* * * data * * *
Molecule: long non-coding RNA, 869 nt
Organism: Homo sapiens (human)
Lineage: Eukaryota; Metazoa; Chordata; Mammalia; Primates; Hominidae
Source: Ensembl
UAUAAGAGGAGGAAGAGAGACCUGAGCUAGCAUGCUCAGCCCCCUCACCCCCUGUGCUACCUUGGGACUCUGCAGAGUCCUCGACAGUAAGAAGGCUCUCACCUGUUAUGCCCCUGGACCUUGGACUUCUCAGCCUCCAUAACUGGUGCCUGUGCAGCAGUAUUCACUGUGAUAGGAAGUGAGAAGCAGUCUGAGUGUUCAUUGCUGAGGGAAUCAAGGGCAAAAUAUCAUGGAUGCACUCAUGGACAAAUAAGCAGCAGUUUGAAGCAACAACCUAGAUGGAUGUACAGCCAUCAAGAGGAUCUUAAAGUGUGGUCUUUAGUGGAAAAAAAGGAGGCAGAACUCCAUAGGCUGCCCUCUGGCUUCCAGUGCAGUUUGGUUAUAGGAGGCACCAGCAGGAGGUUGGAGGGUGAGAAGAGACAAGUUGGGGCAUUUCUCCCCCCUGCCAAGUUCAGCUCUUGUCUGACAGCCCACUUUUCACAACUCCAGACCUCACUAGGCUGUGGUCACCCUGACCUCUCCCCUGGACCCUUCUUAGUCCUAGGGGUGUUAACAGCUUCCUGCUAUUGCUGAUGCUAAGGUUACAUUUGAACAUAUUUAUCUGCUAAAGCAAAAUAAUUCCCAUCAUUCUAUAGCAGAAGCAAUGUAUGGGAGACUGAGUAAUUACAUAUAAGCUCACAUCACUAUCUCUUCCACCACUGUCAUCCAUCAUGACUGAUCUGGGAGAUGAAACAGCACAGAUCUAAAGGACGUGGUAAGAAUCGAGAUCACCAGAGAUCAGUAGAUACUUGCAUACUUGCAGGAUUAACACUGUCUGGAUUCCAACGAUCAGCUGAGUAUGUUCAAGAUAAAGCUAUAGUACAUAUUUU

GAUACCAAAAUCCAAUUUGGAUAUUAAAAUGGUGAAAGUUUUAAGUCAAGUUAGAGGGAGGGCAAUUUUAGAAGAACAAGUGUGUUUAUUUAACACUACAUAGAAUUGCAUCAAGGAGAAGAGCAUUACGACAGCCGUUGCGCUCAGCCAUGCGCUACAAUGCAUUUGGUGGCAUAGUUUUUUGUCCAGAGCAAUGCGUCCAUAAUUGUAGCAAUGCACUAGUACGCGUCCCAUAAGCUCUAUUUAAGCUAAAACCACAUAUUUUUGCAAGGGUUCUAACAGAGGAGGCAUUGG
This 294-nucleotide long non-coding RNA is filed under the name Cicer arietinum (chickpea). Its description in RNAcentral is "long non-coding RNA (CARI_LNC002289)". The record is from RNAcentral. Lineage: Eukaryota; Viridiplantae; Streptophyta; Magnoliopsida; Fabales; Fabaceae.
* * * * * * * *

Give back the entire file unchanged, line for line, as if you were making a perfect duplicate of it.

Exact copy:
Molecule: long non-coding RNA, 869 nt
Organism: Homo sapiens (human)
Lineage: Eukaryota; Metazoa; Chordata; Mammalia; Primates; Hominidae
Source: Ensembl
UAUAAGAGGAGGAAGAGAGACCUGAGCUAGCAUGCUCAGCCCCCUCACCCCCUGUGCUACCUUGGGACUCUGCAGAGUCCUCGACAGUAAGAAGGCUCUCACCUGUUAUGCCCCUGGACCUUGGACUUCUCAGCCUCCAUAACUGGUGCCUGUGCAGCAGUAUUCACUGUGAUAGGAAGUGAGAAGCAGUCUGAGUGUUCAUUGCUGAGGGAAUCAAGGGCAAAAUAUCAUGGAUGCACUCAUGGACAAAUAAGCAGCAGUUUGAAGCAACAACCUAGAUGGAUGUACAGCCAUCAAGAGGAUCUUAAAGUGUGGUCUUUAGUGGAAAAAAAGGAGGCAGAACUCCAUAGGCUGCCCUCUGGCUUCCAGUGCAGUUUGGUUAUAGGAGGCACCAGCAGGAGGUUGGAGGGUGAGAAGAGACAAGUUGGGGCAUUUCUCCCCCCUGCCAAGUUCAGCUCUUGUCUGACAGCCCACUUUUCACAACUCCAGACCUCACUAGGCUGUGGUCACCCUGACCUCUCCCCUGGACCCUUCUUAGUCCUAGGGGUGUUAACAGCUUCCUGCUAUUGCUGAUGCUAAGGUUACAUUUGAACAUAUUUAUCUGCUAAAGCAAAAUAAUUCCCAUCAUUCUAUAGCAGAAGCAAUGUAUGGGAGACUGAGUAAUUACAUAUAAGCUCACAUCACUAUCUCUUCCACCACUGUCAUCCAUCAUGACUGAUCUGGGAGAUGAAACAGCACAGAUCUAAAGGACGUGGUAAGAAUCGAGAUCACCAGAGAUCAGUAGAUACUUGCAUACUUGCAGGAUUAACACUGUCUGGAUUCCAACGAUCAGCUGAGUAUGUUCAAGAUAAAGCUAUAGUACAUAUUUU

GAUACCAAAAUCCAAUUUGGAUAUUAAAAUGGUGAAAGUUUUAAGUCAAGUUAGAGGGAGGGCAAUUUUAGAAGAACAAGUGUGUUUAUUUAACACUACAUAGAAUUGCAUCAAGGAGAAGAGCAUUACGACAGCCGUUGCGCUCAGCCAUGCGCUACAAUGCAUUUGGUGGCAUAGUUUUUUGUCCAGAGCAAUGCGUCCAUAAUUGUAGCAAUGCACUAGUACGCGUCCCAUAAGCUCUAUUUAAGCUAAAACCACAUAUUUUUGCAAGGGUUCUAACAGAGGAGGCAUUGG
This 294-nucleotide long non-coding RNA is filed under the name Cicer arietinum (chickpea). Its description in RNAcentral is "long non-coding RNA (CARI_LNC002289)". The record is from RNAcentral. Lineage: Eukaryota; Viridiplantae; Streptophyta; Magnoliopsida; Fabales; Fabaceae.